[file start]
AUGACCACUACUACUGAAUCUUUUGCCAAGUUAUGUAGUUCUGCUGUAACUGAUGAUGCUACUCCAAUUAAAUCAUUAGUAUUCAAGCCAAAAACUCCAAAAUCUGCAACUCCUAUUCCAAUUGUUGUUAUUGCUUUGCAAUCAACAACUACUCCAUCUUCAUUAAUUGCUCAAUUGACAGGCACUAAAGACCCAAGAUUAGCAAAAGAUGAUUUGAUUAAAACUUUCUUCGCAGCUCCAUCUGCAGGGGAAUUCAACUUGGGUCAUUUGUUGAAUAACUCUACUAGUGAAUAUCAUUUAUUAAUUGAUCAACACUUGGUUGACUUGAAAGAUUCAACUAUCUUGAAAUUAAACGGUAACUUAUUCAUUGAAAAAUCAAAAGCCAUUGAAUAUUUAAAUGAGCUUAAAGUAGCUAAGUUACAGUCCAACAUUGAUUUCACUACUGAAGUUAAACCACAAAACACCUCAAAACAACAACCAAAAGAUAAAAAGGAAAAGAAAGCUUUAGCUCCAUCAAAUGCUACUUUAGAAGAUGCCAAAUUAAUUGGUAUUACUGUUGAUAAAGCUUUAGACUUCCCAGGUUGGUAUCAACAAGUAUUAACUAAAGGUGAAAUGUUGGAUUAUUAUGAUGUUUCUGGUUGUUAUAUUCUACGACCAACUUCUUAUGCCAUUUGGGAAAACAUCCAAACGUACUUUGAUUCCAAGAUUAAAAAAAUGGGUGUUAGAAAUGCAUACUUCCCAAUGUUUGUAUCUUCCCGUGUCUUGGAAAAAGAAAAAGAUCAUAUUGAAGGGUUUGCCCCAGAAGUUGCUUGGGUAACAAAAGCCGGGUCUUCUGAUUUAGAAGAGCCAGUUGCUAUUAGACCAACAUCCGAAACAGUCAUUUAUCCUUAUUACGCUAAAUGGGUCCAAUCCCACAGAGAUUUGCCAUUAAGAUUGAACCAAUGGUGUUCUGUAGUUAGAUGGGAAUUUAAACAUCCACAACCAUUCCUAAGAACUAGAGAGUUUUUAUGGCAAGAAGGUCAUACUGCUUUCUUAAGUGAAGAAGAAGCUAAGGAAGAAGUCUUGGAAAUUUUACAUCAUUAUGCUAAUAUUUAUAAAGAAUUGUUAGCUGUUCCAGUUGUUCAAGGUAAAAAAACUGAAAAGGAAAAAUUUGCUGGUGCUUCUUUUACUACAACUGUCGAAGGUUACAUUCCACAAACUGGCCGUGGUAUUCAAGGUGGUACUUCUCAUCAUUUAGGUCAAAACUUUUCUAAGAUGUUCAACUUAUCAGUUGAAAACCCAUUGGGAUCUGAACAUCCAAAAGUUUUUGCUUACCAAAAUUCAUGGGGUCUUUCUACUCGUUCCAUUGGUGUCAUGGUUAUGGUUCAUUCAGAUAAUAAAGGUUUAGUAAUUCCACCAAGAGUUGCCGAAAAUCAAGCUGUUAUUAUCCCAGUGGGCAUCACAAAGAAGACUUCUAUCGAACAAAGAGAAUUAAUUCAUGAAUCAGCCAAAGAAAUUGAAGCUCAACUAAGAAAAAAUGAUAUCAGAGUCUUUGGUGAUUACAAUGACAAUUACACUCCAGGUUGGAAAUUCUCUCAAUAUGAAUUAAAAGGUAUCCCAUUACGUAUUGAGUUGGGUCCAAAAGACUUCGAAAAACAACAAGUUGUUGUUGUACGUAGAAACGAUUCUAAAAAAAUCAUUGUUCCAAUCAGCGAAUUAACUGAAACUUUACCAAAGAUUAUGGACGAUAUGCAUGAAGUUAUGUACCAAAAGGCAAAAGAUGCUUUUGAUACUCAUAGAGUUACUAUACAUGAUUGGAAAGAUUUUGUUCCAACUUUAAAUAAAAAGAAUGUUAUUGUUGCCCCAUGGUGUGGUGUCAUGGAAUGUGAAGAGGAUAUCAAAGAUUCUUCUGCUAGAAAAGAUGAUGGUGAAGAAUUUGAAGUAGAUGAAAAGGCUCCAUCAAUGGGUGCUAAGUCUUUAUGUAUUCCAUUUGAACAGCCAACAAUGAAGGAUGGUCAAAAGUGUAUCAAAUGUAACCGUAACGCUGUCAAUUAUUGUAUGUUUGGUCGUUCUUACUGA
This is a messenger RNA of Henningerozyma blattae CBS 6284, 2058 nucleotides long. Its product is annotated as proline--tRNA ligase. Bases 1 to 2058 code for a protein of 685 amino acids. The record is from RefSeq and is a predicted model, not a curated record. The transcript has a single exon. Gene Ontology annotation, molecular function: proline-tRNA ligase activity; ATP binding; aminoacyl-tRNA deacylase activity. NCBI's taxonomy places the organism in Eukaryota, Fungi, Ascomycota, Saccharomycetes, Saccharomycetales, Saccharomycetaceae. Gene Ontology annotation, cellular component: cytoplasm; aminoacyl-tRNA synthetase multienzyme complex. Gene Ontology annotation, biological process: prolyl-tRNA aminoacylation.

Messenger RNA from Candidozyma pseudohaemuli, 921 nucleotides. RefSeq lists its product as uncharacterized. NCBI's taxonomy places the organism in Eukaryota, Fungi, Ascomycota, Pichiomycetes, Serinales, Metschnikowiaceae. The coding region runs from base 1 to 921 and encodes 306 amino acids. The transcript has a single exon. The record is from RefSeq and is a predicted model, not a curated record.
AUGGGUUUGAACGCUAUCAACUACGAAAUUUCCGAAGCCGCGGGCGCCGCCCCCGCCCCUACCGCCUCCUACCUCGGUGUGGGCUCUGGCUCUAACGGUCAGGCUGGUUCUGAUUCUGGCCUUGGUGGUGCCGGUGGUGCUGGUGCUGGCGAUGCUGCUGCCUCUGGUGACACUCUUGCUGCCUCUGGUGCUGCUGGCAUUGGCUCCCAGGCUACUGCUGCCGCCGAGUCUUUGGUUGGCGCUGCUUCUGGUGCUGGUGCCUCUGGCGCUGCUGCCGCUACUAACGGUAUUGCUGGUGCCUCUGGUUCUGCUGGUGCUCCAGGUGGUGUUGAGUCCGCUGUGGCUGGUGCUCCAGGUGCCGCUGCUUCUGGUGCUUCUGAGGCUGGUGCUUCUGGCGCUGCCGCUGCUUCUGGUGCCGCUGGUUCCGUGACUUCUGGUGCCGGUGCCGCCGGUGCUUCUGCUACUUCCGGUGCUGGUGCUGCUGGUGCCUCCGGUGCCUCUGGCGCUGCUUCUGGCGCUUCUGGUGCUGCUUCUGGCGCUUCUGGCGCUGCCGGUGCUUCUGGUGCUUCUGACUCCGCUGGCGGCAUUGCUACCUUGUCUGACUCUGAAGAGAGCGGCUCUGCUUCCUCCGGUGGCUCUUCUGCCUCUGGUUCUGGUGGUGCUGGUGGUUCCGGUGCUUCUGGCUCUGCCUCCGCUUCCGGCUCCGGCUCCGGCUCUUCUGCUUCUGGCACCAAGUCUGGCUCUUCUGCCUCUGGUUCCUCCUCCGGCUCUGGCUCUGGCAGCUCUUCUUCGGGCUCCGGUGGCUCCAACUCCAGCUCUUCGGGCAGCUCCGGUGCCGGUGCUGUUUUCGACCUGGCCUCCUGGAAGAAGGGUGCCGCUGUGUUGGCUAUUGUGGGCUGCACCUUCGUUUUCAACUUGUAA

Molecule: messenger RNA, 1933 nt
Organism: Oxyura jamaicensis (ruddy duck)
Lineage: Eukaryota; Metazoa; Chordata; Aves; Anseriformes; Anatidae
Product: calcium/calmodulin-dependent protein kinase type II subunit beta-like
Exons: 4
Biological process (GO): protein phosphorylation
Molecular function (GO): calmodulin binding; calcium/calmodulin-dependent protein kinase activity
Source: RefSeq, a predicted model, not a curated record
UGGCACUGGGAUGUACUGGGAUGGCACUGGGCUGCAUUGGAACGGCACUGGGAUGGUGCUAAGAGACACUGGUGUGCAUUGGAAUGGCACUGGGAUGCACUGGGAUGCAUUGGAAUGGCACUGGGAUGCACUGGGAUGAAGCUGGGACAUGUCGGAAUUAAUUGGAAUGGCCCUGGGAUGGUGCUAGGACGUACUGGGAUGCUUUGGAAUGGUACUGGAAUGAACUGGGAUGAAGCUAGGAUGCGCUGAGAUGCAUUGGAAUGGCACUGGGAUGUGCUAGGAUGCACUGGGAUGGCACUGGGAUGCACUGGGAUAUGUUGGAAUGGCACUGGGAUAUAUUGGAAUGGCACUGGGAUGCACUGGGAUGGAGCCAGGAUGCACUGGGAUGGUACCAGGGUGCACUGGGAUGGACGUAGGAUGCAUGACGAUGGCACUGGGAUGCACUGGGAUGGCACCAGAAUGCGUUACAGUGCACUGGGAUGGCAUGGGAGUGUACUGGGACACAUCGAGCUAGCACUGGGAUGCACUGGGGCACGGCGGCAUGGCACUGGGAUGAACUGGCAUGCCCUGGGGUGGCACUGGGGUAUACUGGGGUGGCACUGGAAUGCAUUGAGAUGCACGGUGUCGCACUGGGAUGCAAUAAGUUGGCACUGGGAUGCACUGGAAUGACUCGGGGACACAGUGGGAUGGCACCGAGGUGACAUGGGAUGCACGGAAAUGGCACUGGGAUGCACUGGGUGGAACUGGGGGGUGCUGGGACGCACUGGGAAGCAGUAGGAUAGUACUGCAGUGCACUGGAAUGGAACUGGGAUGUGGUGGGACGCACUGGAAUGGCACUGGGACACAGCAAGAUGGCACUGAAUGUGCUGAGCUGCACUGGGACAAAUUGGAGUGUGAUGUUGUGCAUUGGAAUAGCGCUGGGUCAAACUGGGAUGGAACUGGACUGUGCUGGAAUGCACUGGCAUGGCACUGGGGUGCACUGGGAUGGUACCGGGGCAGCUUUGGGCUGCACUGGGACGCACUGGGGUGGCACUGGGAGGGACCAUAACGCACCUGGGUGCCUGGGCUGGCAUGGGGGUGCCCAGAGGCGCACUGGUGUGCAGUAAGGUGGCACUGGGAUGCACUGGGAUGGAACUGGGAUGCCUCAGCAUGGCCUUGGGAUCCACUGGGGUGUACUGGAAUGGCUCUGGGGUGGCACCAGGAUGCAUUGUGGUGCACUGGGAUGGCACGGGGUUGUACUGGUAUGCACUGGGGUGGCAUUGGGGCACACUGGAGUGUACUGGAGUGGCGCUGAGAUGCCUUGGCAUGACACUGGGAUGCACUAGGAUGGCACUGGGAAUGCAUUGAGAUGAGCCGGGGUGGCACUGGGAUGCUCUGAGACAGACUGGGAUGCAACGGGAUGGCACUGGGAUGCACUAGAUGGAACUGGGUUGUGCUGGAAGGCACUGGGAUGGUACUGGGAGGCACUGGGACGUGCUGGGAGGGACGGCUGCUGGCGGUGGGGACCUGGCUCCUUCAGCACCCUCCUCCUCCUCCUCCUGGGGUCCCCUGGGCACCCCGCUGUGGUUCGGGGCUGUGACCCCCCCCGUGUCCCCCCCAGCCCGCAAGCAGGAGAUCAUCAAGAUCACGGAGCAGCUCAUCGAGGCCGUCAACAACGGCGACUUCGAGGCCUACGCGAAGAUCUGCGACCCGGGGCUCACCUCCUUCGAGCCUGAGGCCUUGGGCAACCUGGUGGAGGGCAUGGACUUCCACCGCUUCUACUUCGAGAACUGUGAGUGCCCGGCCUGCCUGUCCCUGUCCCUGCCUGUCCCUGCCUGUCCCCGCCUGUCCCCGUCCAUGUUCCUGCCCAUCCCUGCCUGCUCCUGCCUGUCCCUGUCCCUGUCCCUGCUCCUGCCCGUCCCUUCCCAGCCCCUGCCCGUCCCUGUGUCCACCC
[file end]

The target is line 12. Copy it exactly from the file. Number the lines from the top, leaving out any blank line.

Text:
Source: RefSeq, a predicted model, not a curated record